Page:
(See Guidelines for Investigators in Scientific Research - adopted Faculty Council, February 1988; reiterated in Guidelines for Investigators in Clinical Research - adopted Faculty Council, October 1991.)

    "Primary data should remain in the laboratory at all times and should be preserved as long as there is any reasonable need to refer to them ... a minimum of 5 years from the first major publication or completion of an unpublished study."

    Provision of grants, contracts, or other research support to academic institutions usually takes place within the context of a legal agreement between the sponsor and the institution. Although in some cases it is possible to arrange for the responsibilities of the institution to be transferred when an investigator leaves to conduct research elsewhere, in general the obligations of the institution to the sponsor do not terminate with the departure of an investigator. Among those obligations are often duties to preserve data, to protect intellectual property and to honor various agreements for the disposition, preservation, or destruction of materials (for example if they have been provided by the sponsor). Thus when any investigator or other research participant leaves the laboratory, the primary data remain the property of the institution and should remain there. Copies of laboratory notebooks, electronic media, source-code, and other records of research, as well as appropriate quantities of research materials, can, at the request of departing or former participating investigators, be made as needed and removed with the permission of the laboratory director and the assent of the institution, but the original data should under most situations remain. Archival systems should be in place to preserve the data and other laboratory records.

  2. Databases Bearing Information on Human Subjects
    Databases that contain information about human subjects require careful attention to identifiers and information that could lead to the identification of the subjects. It is appropriate to release only aggregated data describing the study population or subpopulations if use of the original data could lead to a substantial inference of the identity of any of the participants. These precautions are especially important where genetic data and family histories are involved, but should be applied as a matter of course whenever a medical record of significant complexity is present in the data. Investigators should be mindful that the transfer of any data that potentially contains human subjects identifiers (including coded data if the code link still exists) requires Institutional Review Board (IRB) review and approval. Specific attention must be made to ensure that, when appropriate, the informed consent includes the fact that an individual's data may be disclosed to other investigators. Investigators should consult with appropriate institutional officials to ensure that their informed consent documents comply with current privacy laws and regulations.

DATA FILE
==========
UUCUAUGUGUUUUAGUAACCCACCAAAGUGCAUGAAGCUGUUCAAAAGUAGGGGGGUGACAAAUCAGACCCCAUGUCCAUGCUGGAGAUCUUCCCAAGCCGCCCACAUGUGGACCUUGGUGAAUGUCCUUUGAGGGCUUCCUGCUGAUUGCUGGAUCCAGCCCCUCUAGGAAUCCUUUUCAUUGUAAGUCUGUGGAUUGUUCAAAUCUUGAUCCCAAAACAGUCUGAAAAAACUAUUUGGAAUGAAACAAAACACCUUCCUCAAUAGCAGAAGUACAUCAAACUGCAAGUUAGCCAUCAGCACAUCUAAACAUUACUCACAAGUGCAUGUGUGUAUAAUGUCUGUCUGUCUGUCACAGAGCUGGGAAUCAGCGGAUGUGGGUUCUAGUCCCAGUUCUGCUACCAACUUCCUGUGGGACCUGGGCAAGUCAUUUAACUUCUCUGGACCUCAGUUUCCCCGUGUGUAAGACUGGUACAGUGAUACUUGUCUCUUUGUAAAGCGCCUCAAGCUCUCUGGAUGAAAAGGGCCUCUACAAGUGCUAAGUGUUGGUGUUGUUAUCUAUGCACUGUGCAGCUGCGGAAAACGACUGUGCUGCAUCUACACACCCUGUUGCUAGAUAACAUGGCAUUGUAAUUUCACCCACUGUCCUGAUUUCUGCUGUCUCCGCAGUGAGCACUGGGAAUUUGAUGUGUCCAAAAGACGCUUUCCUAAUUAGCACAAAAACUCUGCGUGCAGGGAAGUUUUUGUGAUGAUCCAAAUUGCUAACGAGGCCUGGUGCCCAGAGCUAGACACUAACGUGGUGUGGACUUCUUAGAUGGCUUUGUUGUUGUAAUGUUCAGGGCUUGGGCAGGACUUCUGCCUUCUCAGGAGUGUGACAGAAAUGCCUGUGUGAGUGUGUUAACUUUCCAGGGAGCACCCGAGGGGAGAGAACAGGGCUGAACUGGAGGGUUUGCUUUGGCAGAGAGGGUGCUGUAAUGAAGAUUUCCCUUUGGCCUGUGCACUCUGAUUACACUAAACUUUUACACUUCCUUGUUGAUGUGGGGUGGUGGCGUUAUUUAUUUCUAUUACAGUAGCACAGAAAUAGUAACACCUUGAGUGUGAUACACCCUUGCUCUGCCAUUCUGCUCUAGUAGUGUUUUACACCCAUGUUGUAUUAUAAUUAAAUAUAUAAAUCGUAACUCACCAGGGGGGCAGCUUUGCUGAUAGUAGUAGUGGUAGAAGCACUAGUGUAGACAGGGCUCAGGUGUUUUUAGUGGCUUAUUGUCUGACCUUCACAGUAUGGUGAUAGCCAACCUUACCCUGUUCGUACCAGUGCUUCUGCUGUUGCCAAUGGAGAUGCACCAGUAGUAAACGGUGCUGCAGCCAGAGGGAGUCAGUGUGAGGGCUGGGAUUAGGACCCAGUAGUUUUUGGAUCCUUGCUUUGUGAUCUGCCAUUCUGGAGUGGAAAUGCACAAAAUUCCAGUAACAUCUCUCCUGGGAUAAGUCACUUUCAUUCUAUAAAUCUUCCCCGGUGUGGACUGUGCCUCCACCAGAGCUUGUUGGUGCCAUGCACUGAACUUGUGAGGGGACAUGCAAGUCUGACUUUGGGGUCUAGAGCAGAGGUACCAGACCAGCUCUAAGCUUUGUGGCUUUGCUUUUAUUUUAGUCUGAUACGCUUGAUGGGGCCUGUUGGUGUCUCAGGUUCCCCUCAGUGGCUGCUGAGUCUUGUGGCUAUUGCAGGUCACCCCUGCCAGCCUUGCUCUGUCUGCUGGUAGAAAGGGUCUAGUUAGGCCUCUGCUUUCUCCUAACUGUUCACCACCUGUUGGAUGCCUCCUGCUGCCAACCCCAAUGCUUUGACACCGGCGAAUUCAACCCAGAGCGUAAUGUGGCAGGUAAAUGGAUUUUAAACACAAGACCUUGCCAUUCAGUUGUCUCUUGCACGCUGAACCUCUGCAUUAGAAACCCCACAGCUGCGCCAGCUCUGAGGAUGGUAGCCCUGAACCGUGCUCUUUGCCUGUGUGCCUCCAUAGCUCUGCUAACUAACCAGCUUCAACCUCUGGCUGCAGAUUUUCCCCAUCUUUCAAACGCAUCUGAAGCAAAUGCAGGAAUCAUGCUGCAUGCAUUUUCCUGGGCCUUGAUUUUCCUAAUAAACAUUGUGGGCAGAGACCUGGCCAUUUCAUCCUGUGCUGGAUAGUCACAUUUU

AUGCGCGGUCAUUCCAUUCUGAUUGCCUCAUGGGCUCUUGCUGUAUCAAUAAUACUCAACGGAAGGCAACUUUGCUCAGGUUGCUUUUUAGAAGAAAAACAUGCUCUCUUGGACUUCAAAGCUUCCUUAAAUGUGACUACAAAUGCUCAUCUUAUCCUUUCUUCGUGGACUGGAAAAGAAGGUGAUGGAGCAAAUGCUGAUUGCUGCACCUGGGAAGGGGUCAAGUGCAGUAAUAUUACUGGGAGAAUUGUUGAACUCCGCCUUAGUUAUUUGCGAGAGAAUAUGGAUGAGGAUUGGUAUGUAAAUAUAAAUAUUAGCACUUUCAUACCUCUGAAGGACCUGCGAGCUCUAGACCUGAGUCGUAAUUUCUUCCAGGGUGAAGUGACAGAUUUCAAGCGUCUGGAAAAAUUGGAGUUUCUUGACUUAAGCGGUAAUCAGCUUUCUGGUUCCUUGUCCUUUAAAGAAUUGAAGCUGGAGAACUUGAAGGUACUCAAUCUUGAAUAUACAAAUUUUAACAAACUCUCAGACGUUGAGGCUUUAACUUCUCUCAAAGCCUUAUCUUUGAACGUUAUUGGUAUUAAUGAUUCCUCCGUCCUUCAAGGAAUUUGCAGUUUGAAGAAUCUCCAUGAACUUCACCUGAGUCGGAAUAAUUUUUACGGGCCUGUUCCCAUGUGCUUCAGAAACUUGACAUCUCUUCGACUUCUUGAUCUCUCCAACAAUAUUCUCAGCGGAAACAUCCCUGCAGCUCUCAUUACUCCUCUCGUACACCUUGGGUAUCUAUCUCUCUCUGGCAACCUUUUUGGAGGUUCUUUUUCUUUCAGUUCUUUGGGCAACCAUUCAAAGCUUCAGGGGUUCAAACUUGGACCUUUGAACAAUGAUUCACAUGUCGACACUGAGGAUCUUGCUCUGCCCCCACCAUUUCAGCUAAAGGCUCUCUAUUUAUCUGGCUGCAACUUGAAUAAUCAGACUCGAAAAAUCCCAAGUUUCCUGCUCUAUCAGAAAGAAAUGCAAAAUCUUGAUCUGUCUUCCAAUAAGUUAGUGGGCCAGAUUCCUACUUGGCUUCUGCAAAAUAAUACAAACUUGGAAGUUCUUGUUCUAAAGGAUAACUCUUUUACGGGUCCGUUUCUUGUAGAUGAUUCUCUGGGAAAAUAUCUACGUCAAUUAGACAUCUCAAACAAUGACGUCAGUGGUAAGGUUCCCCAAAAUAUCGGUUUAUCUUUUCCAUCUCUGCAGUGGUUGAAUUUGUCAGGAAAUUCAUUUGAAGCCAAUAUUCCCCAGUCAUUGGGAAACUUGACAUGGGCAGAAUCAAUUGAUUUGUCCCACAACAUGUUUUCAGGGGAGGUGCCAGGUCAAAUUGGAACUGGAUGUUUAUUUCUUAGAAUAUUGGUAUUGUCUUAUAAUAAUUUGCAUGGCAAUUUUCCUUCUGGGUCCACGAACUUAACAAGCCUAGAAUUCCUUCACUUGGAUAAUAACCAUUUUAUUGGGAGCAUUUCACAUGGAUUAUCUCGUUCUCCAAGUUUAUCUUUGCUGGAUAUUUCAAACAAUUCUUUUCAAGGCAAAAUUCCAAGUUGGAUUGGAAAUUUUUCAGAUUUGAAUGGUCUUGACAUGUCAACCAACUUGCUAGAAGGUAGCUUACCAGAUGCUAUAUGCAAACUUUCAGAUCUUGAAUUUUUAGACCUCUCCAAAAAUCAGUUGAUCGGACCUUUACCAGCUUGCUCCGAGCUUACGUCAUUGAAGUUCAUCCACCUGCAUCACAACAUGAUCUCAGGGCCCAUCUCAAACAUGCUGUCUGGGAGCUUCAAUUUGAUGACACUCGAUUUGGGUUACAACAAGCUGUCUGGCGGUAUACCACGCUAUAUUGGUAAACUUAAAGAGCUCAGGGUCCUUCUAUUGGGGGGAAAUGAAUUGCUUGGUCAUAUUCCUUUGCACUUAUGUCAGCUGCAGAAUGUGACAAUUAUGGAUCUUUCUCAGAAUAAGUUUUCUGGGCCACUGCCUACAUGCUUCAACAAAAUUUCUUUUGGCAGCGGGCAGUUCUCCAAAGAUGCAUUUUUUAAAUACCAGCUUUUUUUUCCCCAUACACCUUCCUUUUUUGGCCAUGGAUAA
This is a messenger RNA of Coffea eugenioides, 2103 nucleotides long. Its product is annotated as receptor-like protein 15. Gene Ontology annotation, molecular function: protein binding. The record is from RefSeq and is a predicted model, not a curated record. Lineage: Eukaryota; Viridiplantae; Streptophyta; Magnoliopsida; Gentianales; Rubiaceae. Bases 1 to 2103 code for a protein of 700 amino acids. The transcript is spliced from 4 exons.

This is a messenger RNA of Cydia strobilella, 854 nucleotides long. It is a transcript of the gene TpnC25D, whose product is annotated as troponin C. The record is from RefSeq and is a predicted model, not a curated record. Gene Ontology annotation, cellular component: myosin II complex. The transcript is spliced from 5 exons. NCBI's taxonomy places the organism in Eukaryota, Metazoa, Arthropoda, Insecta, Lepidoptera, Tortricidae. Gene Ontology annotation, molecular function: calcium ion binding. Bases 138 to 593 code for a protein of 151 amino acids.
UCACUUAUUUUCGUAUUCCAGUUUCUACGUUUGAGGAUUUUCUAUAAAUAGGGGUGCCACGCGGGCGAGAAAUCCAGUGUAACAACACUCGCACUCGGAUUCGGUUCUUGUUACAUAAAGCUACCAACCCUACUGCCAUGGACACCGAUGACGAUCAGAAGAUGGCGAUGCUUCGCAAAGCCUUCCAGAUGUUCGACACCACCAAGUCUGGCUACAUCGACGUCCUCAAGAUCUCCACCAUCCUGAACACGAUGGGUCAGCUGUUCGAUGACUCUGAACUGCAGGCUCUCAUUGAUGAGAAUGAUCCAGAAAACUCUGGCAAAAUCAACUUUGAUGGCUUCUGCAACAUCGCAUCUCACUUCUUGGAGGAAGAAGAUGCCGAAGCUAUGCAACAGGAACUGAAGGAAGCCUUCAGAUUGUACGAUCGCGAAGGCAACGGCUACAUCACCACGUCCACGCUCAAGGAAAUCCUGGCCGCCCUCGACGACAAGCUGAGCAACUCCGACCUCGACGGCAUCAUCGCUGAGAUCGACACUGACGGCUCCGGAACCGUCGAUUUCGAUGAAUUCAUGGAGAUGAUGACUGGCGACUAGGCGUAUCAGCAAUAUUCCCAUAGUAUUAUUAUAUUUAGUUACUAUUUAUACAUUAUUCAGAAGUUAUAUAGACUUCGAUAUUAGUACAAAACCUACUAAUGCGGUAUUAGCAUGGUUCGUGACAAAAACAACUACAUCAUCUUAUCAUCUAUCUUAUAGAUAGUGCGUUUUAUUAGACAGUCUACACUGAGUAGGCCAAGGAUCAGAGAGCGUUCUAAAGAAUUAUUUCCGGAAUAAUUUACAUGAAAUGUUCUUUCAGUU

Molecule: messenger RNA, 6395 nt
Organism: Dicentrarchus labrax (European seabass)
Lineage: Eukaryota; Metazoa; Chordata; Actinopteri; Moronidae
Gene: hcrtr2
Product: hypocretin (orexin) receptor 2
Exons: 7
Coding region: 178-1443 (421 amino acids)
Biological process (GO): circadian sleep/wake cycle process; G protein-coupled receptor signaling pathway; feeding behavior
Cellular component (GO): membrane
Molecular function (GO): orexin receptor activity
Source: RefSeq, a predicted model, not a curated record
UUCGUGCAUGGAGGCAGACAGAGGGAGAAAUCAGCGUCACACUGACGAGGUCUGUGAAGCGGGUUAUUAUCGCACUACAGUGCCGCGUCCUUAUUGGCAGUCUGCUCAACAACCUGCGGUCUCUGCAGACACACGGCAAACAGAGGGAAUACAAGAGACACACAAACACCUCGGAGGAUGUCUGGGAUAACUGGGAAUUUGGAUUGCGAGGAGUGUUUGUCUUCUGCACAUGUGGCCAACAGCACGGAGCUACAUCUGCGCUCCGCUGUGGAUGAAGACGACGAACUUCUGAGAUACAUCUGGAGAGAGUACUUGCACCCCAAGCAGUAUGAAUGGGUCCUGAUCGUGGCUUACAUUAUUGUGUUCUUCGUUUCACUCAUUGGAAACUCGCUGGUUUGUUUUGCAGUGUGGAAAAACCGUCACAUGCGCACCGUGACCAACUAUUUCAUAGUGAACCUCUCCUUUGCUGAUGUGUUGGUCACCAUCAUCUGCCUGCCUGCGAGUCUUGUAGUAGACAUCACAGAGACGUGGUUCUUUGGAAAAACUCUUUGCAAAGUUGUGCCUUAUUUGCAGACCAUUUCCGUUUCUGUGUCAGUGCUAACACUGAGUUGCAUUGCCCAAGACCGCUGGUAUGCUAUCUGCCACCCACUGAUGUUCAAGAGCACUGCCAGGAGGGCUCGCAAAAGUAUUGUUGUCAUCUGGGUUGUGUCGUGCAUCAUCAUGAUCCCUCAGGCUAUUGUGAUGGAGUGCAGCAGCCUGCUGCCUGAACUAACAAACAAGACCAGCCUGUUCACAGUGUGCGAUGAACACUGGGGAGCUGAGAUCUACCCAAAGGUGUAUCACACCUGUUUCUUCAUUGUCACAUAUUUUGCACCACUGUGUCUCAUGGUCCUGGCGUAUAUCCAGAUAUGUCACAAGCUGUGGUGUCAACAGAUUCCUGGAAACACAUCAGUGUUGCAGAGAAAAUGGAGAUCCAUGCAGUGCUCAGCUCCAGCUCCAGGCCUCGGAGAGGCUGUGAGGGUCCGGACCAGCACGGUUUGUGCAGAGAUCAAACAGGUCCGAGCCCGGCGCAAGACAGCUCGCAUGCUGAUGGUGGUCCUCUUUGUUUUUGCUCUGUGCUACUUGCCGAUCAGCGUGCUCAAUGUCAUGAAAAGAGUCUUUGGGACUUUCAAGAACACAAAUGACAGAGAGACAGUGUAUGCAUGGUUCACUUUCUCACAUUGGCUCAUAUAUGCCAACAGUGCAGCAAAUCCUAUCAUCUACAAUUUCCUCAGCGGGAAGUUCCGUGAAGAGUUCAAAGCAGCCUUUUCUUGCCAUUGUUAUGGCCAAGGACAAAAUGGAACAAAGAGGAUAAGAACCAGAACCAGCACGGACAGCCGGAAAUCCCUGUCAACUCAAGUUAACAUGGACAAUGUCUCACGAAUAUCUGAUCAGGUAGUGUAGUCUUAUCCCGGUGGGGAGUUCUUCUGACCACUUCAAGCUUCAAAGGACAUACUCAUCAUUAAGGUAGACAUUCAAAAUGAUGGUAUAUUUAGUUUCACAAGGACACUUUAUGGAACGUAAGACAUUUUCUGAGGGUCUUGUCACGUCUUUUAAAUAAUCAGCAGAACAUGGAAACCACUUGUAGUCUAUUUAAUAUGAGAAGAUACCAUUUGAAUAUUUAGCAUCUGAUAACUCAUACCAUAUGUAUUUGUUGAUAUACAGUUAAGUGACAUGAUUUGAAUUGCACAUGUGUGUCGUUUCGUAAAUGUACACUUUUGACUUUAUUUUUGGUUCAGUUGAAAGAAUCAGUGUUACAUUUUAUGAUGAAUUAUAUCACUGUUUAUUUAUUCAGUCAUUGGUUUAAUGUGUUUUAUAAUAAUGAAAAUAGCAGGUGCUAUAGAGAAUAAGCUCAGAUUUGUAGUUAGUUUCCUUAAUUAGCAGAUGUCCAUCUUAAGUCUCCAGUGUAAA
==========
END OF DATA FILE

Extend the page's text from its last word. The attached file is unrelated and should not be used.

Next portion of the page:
3. Departure of a Principal Investigator of a Multi-Dimensional Grant
    Complex data sets may be generated through collaborations between principal investigators underwritten by multiple grants from different funding sources. The departure of one or more of the participating investigators should not result in any compromise of the integrity of the research. It is the institution's responsibility, as delegated to the department heads and through the department heads to the principal investigators, to work out, as appropriate, ongoing collaborative arrangements that allow the departing principal investigator continued intellectual input into projects in which they have been involved. This may be satisfied by the provision of copies of the data applicable to specific projects or by arrangements to permit continued access to data files in the institution(s) with which the data remain. However the departing principal investigator in a collaborative study does not have an intrinsic right to a copy of all data collected by the entire investigative team. In general, continued involvement after departure as discussed below should be encouraged.

E. Responsibilities of Investigators Upon Separation